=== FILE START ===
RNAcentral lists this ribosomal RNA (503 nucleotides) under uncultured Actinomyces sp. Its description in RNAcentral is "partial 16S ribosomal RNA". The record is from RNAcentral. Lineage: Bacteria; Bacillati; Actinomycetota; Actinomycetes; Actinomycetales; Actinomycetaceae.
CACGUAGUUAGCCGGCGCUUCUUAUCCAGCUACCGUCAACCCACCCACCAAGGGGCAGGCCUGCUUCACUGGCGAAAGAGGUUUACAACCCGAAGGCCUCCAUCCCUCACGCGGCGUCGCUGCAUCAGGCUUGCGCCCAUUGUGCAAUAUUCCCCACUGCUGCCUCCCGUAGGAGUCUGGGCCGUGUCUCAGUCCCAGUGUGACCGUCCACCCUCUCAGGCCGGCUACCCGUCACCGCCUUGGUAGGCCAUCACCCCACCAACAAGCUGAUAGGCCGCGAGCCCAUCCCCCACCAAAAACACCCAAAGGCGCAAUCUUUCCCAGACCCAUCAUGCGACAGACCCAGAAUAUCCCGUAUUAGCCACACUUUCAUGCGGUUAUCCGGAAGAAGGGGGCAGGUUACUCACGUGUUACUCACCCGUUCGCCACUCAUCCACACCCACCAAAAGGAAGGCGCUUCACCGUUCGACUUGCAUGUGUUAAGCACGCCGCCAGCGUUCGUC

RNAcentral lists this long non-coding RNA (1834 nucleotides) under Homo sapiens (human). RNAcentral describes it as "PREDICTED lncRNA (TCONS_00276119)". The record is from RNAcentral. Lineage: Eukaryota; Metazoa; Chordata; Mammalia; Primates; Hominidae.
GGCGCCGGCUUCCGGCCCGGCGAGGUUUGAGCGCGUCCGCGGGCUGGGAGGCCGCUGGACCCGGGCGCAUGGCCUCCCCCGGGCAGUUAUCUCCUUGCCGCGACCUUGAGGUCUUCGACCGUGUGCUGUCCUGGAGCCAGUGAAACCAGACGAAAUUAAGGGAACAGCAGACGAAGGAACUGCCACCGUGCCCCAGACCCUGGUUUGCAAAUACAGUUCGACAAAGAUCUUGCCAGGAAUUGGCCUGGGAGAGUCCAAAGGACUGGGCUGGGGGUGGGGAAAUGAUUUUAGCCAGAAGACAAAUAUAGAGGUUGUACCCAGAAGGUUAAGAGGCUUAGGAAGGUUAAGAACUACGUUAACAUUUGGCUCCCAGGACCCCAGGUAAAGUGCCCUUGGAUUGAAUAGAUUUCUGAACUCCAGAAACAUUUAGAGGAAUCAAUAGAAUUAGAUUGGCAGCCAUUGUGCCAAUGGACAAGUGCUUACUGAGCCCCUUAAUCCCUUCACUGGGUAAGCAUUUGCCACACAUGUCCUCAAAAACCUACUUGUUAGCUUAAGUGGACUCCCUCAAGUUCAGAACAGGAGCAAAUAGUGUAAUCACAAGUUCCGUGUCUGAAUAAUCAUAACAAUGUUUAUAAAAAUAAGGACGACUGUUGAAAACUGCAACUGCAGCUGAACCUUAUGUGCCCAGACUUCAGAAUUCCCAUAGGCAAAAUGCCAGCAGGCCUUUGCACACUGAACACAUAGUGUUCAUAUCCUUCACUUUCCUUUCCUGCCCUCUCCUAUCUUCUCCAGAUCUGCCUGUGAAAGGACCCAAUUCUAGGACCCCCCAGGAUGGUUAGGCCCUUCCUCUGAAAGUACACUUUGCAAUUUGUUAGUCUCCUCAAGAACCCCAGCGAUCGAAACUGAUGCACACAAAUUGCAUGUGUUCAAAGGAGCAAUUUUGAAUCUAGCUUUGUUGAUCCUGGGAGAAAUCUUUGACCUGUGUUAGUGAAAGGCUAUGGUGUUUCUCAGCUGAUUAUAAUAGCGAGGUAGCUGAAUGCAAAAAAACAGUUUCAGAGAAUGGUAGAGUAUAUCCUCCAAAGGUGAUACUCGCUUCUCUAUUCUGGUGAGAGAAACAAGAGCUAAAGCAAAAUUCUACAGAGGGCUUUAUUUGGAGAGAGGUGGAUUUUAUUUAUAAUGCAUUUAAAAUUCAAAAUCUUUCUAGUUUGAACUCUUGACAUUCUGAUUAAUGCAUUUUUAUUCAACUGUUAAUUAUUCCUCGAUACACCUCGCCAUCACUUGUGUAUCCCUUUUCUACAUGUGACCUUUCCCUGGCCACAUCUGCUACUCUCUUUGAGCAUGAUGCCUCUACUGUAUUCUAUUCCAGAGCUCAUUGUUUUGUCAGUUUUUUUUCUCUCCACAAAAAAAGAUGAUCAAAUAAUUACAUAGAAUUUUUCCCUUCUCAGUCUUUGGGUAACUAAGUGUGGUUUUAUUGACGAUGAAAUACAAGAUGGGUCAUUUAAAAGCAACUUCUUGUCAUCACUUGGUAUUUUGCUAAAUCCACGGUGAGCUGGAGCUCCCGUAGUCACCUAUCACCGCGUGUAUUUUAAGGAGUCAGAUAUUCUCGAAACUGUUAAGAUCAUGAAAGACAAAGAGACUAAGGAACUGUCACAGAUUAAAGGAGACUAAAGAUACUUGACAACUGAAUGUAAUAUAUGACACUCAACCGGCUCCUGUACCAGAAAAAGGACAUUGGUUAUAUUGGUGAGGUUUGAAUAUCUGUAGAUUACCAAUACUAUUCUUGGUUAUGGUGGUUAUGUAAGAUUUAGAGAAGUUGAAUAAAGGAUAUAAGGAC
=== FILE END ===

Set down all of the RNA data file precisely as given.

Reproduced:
RNAcentral lists this ribosomal RNA (503 nucleotides) under uncultured Actinomyces sp. Its description in RNAcentral is "partial 16S ribosomal RNA". The record is from RNAcentral. Lineage: Bacteria; Bacillati; Actinomycetota; Actinomycetes; Actinomycetales; Actinomycetaceae.
CACGUAGUUAGCCGGCGCUUCUUAUCCAGCUACCGUCAACCCACCCACCAAGGGGCAGGCCUGCUUCACUGGCGAAAGAGGUUUACAACCCGAAGGCCUCCAUCCCUCACGCGGCGUCGCUGCAUCAGGCUUGCGCCCAUUGUGCAAUAUUCCCCACUGCUGCCUCCCGUAGGAGUCUGGGCCGUGUCUCAGUCCCAGUGUGACCGUCCACCCUCUCAGGCCGGCUACCCGUCACCGCCUUGGUAGGCCAUCACCCCACCAACAAGCUGAUAGGCCGCGAGCCCAUCCCCCACCAAAAACACCCAAAGGCGCAAUCUUUCCCAGACCCAUCAUGCGACAGACCCAGAAUAUCCCGUAUUAGCCACACUUUCAUGCGGUUAUCCGGAAGAAGGGGGCAGGUUACUCACGUGUUACUCACCCGUUCGCCACUCAUCCACACCCACCAAAAGGAAGGCGCUUCACCGUUCGACUUGCAUGUGUUAAGCACGCCGCCAGCGUUCGUC

RNAcentral lists this long non-coding RNA (1834 nucleotides) under Homo sapiens (human). RNAcentral describes it as "PREDICTED lncRNA (TCONS_00276119)". The record is from RNAcentral. Lineage: Eukaryota; Metazoa; Chordata; Mammalia; Primates; Hominidae.
GGCGCCGGCUUCCGGCCCGGCGAGGUUUGAGCGCGUCCGCGGGCUGGGAGGCCGCUGGACCCGGGCGCAUGGCCUCCCCCGGGCAGUUAUCUCCUUGCCGCGACCUUGAGGUCUUCGACCGUGUGCUGUCCUGGAGCCAGUGAAACCAGACGAAAUUAAGGGAACAGCAGACGAAGGAACUGCCACCGUGCCCCAGACCCUGGUUUGCAAAUACAGUUCGACAAAGAUCUUGCCAGGAAUUGGCCUGGGAGAGUCCAAAGGACUGGGCUGGGGGUGGGGAAAUGAUUUUAGCCAGAAGACAAAUAUAGAGGUUGUACCCAGAAGGUUAAGAGGCUUAGGAAGGUUAAGAACUACGUUAACAUUUGGCUCCCAGGACCCCAGGUAAAGUGCCCUUGGAUUGAAUAGAUUUCUGAACUCCAGAAACAUUUAGAGGAAUCAAUAGAAUUAGAUUGGCAGCCAUUGUGCCAAUGGACAAGUGCUUACUGAGCCCCUUAAUCCCUUCACUGGGUAAGCAUUUGCCACACAUGUCCUCAAAAACCUACUUGUUAGCUUAAGUGGACUCCCUCAAGUUCAGAACAGGAGCAAAUAGUGUAAUCACAAGUUCCGUGUCUGAAUAAUCAUAACAAUGUUUAUAAAAAUAAGGACGACUGUUGAAAACUGCAACUGCAGCUGAACCUUAUGUGCCCAGACUUCAGAAUUCCCAUAGGCAAAAUGCCAGCAGGCCUUUGCACACUGAACACAUAGUGUUCAUAUCCUUCACUUUCCUUUCCUGCCCUCUCCUAUCUUCUCCAGAUCUGCCUGUGAAAGGACCCAAUUCUAGGACCCCCCAGGAUGGUUAGGCCCUUCCUCUGAAAGUACACUUUGCAAUUUGUUAGUCUCCUCAAGAACCCCAGCGAUCGAAACUGAUGCACACAAAUUGCAUGUGUUCAAAGGAGCAAUUUUGAAUCUAGCUUUGUUGAUCCUGGGAGAAAUCUUUGACCUGUGUUAGUGAAAGGCUAUGGUGUUUCUCAGCUGAUUAUAAUAGCGAGGUAGCUGAAUGCAAAAAAACAGUUUCAGAGAAUGGUAGAGUAUAUCCUCCAAAGGUGAUACUCGCUUCUCUAUUCUGGUGAGAGAAACAAGAGCUAAAGCAAAAUUCUACAGAGGGCUUUAUUUGGAGAGAGGUGGAUUUUAUUUAUAAUGCAUUUAAAAUUCAAAAUCUUUCUAGUUUGAACUCUUGACAUUCUGAUUAAUGCAUUUUUAUUCAACUGUUAAUUAUUCCUCGAUACACCUCGCCAUCACUUGUGUAUCCCUUUUCUACAUGUGACCUUUCCCUGGCCACAUCUGCUACUCUCUUUGAGCAUGAUGCCUCUACUGUAUUCUAUUCCAGAGCUCAUUGUUUUGUCAGUUUUUUUUCUCUCCACAAAAAAAGAUGAUCAAAUAAUUACAUAGAAUUUUUCCCUUCUCAGUCUUUGGGUAACUAAGUGUGGUUUUAUUGACGAUGAAAUACAAGAUGGGUCAUUUAAAAGCAACUUCUUGUCAUCACUUGGUAUUUUGCUAAAUCCACGGUGAGCUGGAGCUCCCGUAGUCACCUAUCACCGCGUGUAUUUUAAGGAGUCAGAUAUUCUCGAAACUGUUAAGAUCAUGAAAGACAAAGAGACUAAGGAACUGUCACAGAUUAAAGGAGACUAAAGAUACUUGACAACUGAAUGUAAUAUAUGACACUCAACCGGCUCCUGUACCAGAAAAAGGACAUUGGUUAUAUUGGUGAGGUUUGAAUAUCUGUAGAUUACCAAUACUAUUCUUGGUUAUGGUGGUUAUGUAAGAUUUAGAGAAGUUGAAUAAAGGAUAUAAGGAC